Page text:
- Digging and Spraying is a quicker method of removing Giant Hogweed and involves the clearing of above ground leaf/stem material together with the removal of ground material polluted with roots and seeds. Due to the risk of contact with sap from this plant, removal by hand should be restricted and not considered once the plant has grown above 1 metre in height. You will need to prepare a risk assessment for any works to remove, cut or work in the vicinity of Giant Hogweed. It is vital to minimise the potential for workers' skin to come into contact with plants of this species and particularly any sap produced. Measures to reduce the risk of any cutting and removal works should include, but are not limited to:
- The establishment of an exclusion zone around any Giant Hogweed plants identified on site and around any cutting/removal works. Only personnel involved with the removal of this species should be permitted entry to this exclusion zone.
- Risks associated with this species should be outlined to employees prior to work commencing.
- The use of full wet weather clothing with gloves and face visor or similar to undertake any cutting or removal of this species.
- The provision of washing facilities and eyewash for operatives involved with this operation.
Polluted material should be removed from the site for disposal, unless otherwise agreed with the Environment Agency and the Client. Any bags/skips containing Giant Hogweed or polluted soil leaving the site should be covered to avoid spread along public highways. Waste Transfer documentation will be required for any polluted material leaving the site.
Check with the disposal site in advance that they can receive material containing incidental contamination with Giant Hogweed. Disposal sites may require notice to allow an area to be prepared for this material away from the landfill liner. As Giant Hogweed is considered to be a pollutant, you can apply to Customs and Excise for a 'Landfill Tax Exemption' for disposing of polluted soil.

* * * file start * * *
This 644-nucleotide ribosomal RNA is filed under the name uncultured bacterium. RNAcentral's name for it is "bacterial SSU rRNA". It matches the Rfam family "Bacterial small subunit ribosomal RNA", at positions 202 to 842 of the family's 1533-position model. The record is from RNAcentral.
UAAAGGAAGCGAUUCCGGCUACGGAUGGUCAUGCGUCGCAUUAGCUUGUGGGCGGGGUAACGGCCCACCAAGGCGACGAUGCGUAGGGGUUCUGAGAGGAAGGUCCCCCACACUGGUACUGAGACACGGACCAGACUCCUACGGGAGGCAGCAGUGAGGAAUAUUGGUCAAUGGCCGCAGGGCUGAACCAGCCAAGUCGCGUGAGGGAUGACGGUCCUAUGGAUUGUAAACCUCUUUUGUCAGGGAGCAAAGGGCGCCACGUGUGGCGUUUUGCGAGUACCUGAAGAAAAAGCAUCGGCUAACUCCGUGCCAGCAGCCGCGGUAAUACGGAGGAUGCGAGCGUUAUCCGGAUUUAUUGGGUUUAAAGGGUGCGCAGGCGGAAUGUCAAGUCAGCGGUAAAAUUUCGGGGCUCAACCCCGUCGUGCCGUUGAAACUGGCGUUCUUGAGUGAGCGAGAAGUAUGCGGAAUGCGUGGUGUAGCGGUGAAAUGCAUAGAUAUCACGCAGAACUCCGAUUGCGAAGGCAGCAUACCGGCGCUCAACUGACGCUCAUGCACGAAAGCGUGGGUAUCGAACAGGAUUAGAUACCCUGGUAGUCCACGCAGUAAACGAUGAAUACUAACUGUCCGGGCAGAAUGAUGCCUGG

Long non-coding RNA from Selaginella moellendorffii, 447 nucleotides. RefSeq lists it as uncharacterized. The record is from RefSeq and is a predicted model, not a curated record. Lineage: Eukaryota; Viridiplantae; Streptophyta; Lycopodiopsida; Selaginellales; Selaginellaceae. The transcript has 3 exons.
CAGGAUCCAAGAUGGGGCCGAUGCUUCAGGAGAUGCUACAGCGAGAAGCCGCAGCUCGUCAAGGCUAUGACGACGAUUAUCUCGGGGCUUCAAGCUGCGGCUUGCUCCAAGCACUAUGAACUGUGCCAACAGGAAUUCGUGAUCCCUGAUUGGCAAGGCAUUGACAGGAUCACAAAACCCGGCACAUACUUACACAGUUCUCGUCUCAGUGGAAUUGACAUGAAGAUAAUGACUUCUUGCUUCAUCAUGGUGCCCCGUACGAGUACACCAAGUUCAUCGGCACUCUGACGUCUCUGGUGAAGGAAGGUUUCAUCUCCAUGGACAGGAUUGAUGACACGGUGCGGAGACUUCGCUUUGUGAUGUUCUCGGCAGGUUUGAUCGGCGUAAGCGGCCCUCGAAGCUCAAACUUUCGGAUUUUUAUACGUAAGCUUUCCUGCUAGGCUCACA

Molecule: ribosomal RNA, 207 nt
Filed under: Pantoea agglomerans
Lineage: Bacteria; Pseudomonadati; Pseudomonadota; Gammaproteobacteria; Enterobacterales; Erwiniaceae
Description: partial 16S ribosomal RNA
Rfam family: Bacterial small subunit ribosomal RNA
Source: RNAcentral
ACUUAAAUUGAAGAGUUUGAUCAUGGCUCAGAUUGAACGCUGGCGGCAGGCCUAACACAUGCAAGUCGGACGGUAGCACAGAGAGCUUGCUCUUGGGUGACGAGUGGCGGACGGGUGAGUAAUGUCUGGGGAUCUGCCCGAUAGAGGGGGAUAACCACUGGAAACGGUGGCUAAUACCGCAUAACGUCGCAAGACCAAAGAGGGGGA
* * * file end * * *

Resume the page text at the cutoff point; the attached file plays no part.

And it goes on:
Information and Survey
If Giant Hogweed is identified on site, it should be fenced off at a distance of at least four metres from the plants and the workforce notified of its presence and associated risks. Outside of the growing season, there may be little evidence of its existence other than the previous years dried, dead flower stem. If you suspect that there may be Giant Hogweed present on the site, you could check with the Client or the Principal Contractor. The Local Authority or local wildlife trusts may also have historical information. Alternatively, a specialist survey can be carried out.
- Ensure that soil from within four metres of the plants is not transferred to other areas of the site as this soil is most likely to contain seeds from previous years' growth.
- Never stockpile potentially polluted material within 10 metres of a watercourse.
- Use of tracked machinery should be limited until areas polluted with Giant Hogweed have been cleared and/or identified and cordoned off.
- On leaving areas of the site known to contain Giant Hogweed, any vehicles and machinery that has been used within the contaminated area should be thoroughly cleaned within a designated cleaning area. This area should be as close as possible to the contaminated area. The cleaning area should be monitored in the spring for Hogweed growth along with the original contaminated area.
- Giant Hogweed polluted spoil should only be stored on top of a fabric/membrane in an approved area. Once cleared, these areas should be also be monitored for re-growth.
- Everyone working on the site should be made aware of the health, safety and environmental risks associated with this species in order to help limit accidental spread or injury and should evidence of the training should be maintained.
- All haulage lorries or dumpers carrying Giant Hogweed polluted material should be covered.
- NEVER use a strimmer or chipper on Giant Hogweed material as this can cause sap to become airborne, resulting in injury.
Further information on the control and disposal of Giant Hogweed can be obtained from the DEFRA - Japanese knotweed, giant hogweed and other invasive plants.